Many have written about how much U.S. fisheries management has improved over the last several years. A recent report from NOAA Fisheries confirms that overfishing numbers hit all-time low in 2014, and that 37 species around the country have rebuilt since 2000. EDF is proud to have worked side-by-side with the fishing industry as these gains have been made – not only because they’re delivering a healthier marine environment but also because they’re supporting more profitable fishing businesses and more prosperous coastal communities. Unfortunately, H.R. 1335 would jeopardize this progress. It would also put unnecessary restrictions on the decisions of the regional fishery management councils, long the bedrock of fishery management in the United States and a means for local fishermen and others to participate directly in the rulemaking process. Read More
Last night the House and Senate agreed to compromise language on a broad set of initiatives referred to as the transportation bill. Included in this “must-pass” bill is legislation dealing with the Gulf of Mexico oil spill known as the RESTORE Act. There is much to applaud in this bill; for example, it provides important funding for fisheries science and research. It’s too bad it also contains an empty political gesture against a fishery management tool that has benefitted the Gulf’s fishermen.
The RESTORE Act directs the penalties received by the federal government as a result of the Deepwater Horizon disaster to the affected region, including, at Senator Nelson’s particular insistence, providing funding for research to “support . . . the long-term sustainability of the ecosystem, fish stocks, fish habitat, and the recreational, commercial, and charter fishing industry in the Gulf of Mexico.” At a time of scarce funds and great need, this effort will help the marine resources and fishermen of the Gulf recover from the blow they suffered two years ago.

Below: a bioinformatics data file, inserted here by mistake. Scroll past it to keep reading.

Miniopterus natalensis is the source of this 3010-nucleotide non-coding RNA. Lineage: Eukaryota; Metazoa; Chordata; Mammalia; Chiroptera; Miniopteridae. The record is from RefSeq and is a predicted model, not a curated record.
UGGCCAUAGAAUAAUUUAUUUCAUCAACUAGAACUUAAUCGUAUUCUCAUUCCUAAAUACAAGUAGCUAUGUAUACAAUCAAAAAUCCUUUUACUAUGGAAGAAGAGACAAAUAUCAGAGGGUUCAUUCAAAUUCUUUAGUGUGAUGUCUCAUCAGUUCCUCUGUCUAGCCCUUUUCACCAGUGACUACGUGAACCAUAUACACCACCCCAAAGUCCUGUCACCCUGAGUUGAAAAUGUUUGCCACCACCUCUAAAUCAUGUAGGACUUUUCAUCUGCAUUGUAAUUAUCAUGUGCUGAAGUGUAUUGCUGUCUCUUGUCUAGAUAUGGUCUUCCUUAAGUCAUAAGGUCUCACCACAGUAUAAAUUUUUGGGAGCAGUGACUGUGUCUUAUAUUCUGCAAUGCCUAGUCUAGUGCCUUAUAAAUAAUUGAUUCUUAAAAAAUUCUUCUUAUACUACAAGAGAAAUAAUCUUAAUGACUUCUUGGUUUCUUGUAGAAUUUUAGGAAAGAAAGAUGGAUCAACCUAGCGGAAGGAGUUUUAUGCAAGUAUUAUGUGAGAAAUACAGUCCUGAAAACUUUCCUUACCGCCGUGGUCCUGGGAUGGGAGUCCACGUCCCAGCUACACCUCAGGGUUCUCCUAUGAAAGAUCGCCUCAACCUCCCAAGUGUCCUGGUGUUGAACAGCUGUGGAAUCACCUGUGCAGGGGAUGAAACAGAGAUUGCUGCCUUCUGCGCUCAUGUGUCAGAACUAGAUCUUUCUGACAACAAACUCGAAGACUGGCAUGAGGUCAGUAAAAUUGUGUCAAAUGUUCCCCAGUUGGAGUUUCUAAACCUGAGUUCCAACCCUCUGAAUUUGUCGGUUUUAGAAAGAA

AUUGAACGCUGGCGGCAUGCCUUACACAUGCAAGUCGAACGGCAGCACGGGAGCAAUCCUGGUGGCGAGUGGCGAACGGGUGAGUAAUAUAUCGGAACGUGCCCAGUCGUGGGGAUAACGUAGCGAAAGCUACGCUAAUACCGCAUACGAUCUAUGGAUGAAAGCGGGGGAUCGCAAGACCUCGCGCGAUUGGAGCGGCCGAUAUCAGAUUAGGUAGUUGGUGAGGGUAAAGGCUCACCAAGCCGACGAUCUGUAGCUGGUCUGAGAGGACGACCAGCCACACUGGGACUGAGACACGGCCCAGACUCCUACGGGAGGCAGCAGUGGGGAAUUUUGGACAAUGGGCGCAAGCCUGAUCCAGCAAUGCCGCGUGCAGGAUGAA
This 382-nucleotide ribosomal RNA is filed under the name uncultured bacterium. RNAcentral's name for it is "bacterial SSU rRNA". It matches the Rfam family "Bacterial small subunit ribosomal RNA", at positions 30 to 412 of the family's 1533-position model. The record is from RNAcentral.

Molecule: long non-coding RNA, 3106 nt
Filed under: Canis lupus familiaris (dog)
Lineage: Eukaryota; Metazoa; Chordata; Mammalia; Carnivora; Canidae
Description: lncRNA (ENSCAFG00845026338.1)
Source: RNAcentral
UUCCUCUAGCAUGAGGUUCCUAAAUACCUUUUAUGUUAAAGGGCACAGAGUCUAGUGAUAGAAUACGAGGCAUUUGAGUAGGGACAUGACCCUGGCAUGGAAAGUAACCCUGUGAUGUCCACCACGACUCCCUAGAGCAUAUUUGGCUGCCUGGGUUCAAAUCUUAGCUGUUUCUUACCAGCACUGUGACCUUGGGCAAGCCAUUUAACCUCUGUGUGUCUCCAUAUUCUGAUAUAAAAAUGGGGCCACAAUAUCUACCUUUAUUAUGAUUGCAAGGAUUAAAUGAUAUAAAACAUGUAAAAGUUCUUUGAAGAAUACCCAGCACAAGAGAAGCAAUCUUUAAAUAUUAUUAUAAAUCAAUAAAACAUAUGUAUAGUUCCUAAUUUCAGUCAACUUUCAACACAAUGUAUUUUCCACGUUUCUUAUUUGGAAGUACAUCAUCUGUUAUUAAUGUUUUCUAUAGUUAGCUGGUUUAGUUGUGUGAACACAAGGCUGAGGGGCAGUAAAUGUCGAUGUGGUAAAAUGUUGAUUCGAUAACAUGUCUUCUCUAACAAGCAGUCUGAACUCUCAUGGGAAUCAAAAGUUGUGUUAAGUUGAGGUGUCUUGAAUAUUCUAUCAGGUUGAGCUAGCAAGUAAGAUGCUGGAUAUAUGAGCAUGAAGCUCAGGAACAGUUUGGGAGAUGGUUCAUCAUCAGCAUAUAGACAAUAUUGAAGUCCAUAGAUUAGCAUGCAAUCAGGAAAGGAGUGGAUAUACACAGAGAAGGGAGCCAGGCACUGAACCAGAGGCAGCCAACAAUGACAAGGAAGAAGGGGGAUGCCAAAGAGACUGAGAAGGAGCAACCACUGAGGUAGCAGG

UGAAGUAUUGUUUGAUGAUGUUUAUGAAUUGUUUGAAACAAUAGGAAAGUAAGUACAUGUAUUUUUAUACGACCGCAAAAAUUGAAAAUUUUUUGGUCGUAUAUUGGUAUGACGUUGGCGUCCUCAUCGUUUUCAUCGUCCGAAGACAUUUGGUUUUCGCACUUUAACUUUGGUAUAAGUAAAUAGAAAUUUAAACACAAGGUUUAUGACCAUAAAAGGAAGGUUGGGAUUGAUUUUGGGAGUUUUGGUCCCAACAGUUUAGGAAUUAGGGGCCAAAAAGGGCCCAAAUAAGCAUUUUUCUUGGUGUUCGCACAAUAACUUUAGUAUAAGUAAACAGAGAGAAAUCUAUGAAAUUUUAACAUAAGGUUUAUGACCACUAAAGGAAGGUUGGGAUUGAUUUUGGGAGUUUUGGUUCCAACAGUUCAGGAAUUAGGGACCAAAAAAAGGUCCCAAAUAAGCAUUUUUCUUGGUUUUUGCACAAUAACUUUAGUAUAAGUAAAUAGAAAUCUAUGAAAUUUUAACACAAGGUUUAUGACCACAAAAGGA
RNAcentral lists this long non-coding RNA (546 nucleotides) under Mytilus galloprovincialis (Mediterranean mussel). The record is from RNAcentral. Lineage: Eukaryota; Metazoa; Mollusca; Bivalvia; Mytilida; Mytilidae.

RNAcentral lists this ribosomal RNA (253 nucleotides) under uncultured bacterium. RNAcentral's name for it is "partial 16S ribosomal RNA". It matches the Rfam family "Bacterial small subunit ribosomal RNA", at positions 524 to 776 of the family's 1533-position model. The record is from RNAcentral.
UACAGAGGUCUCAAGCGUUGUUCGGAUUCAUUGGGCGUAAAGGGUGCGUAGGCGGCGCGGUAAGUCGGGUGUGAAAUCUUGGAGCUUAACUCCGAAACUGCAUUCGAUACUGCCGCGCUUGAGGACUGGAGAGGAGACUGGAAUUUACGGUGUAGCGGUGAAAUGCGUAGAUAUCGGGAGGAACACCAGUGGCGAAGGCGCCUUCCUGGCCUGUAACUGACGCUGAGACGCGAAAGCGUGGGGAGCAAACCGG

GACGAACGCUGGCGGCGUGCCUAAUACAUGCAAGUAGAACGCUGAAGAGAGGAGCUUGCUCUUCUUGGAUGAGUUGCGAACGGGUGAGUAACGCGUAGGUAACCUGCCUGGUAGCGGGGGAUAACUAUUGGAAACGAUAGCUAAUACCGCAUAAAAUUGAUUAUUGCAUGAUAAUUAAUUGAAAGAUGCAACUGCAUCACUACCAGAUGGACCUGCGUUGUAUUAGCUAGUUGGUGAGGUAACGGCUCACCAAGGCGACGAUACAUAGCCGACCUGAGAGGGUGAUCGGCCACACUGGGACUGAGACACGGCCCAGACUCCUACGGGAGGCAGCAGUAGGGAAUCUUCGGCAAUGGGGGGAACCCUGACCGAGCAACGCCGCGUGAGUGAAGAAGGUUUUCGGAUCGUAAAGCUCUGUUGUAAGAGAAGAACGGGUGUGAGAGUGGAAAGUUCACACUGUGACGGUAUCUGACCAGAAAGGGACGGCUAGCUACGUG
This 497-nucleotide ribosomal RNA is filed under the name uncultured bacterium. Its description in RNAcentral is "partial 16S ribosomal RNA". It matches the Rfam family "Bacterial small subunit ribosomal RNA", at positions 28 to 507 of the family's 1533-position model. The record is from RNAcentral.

Unfortunately, the bill also contains a gratuitous slap at the region’s fishermen by prohibiting the use of the funds provided in the bill for the development or approval of new catch share programs along the east coast or the Gulf of Mexico. The catch share language echoes an amendment previously offered by Rep. Steve Southerland (R-FL) – but here it means absolutely nothing given a separate prohibition on using the money for any form of fisheries regulation. Read More
Fishermen hauling in a trawl.
Today, fishing once again topped the Bureau of Labor Statistics’ list of most dangerous jobs in the U.S. In 2010, commercial fishing had a fatality rate per 100,000 full-time-equivalent employees 33 times the average rate for U.S. workers. Although fortunately fishing’s fatality rate did decrease from 2009, it remains true that fishermen faced the highest chance of dying on the job compared with other occupations in the U.S.
Many things make fishing dangerous, but the way we regulate the industry can make things worse. For example, regulators often manage fishing by limiting when fishermen can be on the water, such as by setting short seasons, allocating a limited number of days at sea or shutting down a fishery when too many fish have been caught.
In order to catch enough fish to stay in business, fishermen must race to catch them before others do, which can lead to fishing in dangerous weather conditions, keeping exhausted crews on the water and overloading boats with excessive gear. All of these methods maximize catch in the short term but risk lives.
In contrast, catch shares give fishermen a secure amount of seafood they don't have to race their peers to catch. Catch shares provide flexibility to choose when to fish based on the weather and market conditions. Read More